(Originally titled “Unlikely Community Managers.” This post was originally written for the “Social Media in the Enterprise” course at Syracuse University, taken as part of the curriculum for my MLIS degree. The original post may be accessed at the class blog, RotoloClass. Direct link here.)
In their book “Trust Agents,” Chris Brogan and Julien Smith write about successful community managers, or trust agents. One of the most crucial characteristics is the ability to “humanize” the Web. By leveraging social media tools, celebrities also humanize themselves.
The Lady Gaga article from this week’s reading got me thinking about other community builders/managers I may have overlooked because I couldn’t think or see past their celebrity. Reading about Lady Gaga’s effective community management opened my mind to other atypical examples of good community management.
I started to review all the times I’ve interacted with a celebrity I admire, and how a simple direct response was enough to make my entire day and make me a fan for life, similar to Kelly Lux’s experience with Wegmans.
When I joined Twitter three years ago, my first task was to quickly follow my favorite celebrities: writers and athletes or actors alike. Then I started to respond to their tweets in the hopes of having some kind of direct interaction with them that I couldn’t finagle in real life.
Eventually, my efforts proved fruitful. Shaquille O’Neal responded to me! When he first started to tweet profusely and before he retired, Shaq would have mini-contests with his fans. At away-games, he would tweet out his location, and the first fan to physically meet up with him would get two free tickets to that game.
Now I can’t recall exactly what I tweeted to him, but I do remember being overly excited that *SHAQ* responded to me, a random girl in San Francisco who has been following his career with her dad since she was a little girl. This simple ploy really helped Shaq connect with his fans, not only online but in the real world too. It became a fun contest to see who could find Shaq first.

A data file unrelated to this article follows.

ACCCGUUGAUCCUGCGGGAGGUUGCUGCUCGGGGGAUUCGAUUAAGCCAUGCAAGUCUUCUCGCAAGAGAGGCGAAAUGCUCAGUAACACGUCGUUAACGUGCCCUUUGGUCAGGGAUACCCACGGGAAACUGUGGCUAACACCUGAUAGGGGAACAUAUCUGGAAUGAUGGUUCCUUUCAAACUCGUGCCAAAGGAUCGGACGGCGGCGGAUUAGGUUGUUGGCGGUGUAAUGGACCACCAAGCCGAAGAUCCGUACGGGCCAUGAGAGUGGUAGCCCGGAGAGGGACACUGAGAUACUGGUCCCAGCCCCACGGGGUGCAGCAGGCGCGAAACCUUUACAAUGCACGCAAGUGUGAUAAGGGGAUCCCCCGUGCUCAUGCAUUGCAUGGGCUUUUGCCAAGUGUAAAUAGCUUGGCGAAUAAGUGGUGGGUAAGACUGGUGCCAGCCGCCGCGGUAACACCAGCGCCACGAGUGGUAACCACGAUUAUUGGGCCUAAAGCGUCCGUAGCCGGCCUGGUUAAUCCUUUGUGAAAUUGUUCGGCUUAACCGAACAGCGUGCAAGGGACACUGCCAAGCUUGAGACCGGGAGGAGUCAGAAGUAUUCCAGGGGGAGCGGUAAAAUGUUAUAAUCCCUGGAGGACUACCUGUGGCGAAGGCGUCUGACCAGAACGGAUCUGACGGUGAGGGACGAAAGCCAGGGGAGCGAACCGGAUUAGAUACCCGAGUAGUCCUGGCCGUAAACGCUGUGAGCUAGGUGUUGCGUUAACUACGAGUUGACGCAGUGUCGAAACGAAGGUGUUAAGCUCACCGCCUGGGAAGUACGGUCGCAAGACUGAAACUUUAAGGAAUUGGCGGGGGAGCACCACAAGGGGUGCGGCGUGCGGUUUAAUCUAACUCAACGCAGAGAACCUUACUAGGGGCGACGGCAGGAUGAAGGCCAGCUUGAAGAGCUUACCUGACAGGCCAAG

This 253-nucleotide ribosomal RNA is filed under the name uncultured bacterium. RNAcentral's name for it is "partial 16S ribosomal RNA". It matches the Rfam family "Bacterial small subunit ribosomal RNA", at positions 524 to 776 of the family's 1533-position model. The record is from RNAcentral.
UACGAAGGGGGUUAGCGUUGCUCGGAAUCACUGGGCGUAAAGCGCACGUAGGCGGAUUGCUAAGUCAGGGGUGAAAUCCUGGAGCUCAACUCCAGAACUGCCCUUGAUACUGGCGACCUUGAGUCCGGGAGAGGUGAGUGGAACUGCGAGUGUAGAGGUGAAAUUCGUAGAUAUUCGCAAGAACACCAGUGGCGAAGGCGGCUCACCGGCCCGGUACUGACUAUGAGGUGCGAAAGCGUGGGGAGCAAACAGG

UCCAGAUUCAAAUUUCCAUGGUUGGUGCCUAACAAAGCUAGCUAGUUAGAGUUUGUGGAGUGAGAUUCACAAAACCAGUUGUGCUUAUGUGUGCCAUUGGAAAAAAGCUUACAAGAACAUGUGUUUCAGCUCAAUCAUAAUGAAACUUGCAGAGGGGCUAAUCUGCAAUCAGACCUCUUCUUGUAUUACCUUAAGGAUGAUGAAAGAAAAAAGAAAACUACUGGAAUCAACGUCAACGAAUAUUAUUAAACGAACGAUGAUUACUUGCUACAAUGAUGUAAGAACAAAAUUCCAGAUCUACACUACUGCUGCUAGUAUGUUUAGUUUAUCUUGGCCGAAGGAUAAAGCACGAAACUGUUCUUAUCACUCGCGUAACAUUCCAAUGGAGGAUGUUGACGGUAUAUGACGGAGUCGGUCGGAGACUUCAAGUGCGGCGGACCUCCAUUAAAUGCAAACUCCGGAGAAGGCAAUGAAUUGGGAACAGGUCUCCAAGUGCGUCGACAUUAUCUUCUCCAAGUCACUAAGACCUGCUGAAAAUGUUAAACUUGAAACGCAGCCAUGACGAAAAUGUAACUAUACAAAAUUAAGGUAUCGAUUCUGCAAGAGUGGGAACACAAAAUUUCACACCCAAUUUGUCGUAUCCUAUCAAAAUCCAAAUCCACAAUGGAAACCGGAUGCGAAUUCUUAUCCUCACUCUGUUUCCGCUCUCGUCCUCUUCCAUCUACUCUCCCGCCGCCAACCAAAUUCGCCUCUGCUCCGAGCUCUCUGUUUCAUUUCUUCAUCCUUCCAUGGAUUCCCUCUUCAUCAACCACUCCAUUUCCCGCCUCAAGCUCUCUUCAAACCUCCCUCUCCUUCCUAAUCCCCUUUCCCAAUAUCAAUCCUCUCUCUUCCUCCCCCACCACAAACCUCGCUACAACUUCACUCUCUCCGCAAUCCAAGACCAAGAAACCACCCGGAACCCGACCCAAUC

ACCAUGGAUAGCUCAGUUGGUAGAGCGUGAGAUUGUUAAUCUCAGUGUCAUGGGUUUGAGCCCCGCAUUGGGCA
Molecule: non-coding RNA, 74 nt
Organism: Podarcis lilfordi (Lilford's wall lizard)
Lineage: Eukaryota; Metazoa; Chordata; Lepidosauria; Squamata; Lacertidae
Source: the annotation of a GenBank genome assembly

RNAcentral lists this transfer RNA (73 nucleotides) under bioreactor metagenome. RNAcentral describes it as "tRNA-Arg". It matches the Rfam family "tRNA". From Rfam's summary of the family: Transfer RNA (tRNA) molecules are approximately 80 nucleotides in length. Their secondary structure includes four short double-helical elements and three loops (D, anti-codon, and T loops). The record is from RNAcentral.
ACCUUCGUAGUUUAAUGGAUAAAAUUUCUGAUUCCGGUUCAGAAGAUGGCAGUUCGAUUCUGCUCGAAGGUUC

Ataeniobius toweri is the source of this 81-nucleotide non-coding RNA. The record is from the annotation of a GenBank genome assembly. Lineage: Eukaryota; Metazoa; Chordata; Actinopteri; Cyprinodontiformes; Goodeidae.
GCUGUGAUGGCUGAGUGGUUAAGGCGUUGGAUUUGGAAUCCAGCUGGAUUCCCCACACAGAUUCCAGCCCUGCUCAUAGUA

Jim Lee, comic book artist and current DC Entertainment co-publisher, is also very active on Twitter. His tweets are a good mix of personal tweets about his family and doodles or sketches he’s working on, and he often responds to fans, as evidenced below:
For some context, Jim Lee had just tweeted a sketch of Bruce Wayne and another character in different business suits.
An integral element in being a good community manager is recognizing that you also must be an active participant within the community you want to manage. By sharing useful, interesting and entertaining content, Jim Lee and Shaq keep their followers engaged and invested in their activities. Shaq and Jim Lee also know that engaging followers also involves regularly responding to or addressing their comments. As a fan and avid follower myself, I know that these little acknowledgements are incredibly effective. By examining our own reasons for admiring certain brands or people, we can quickly see what makes them successful and apply that to our own social media efforts.
I’ve only used Twitter as an example here, but have you experienced effective community management on other social networks? What other brands, companies or people have won you over as a fan for life?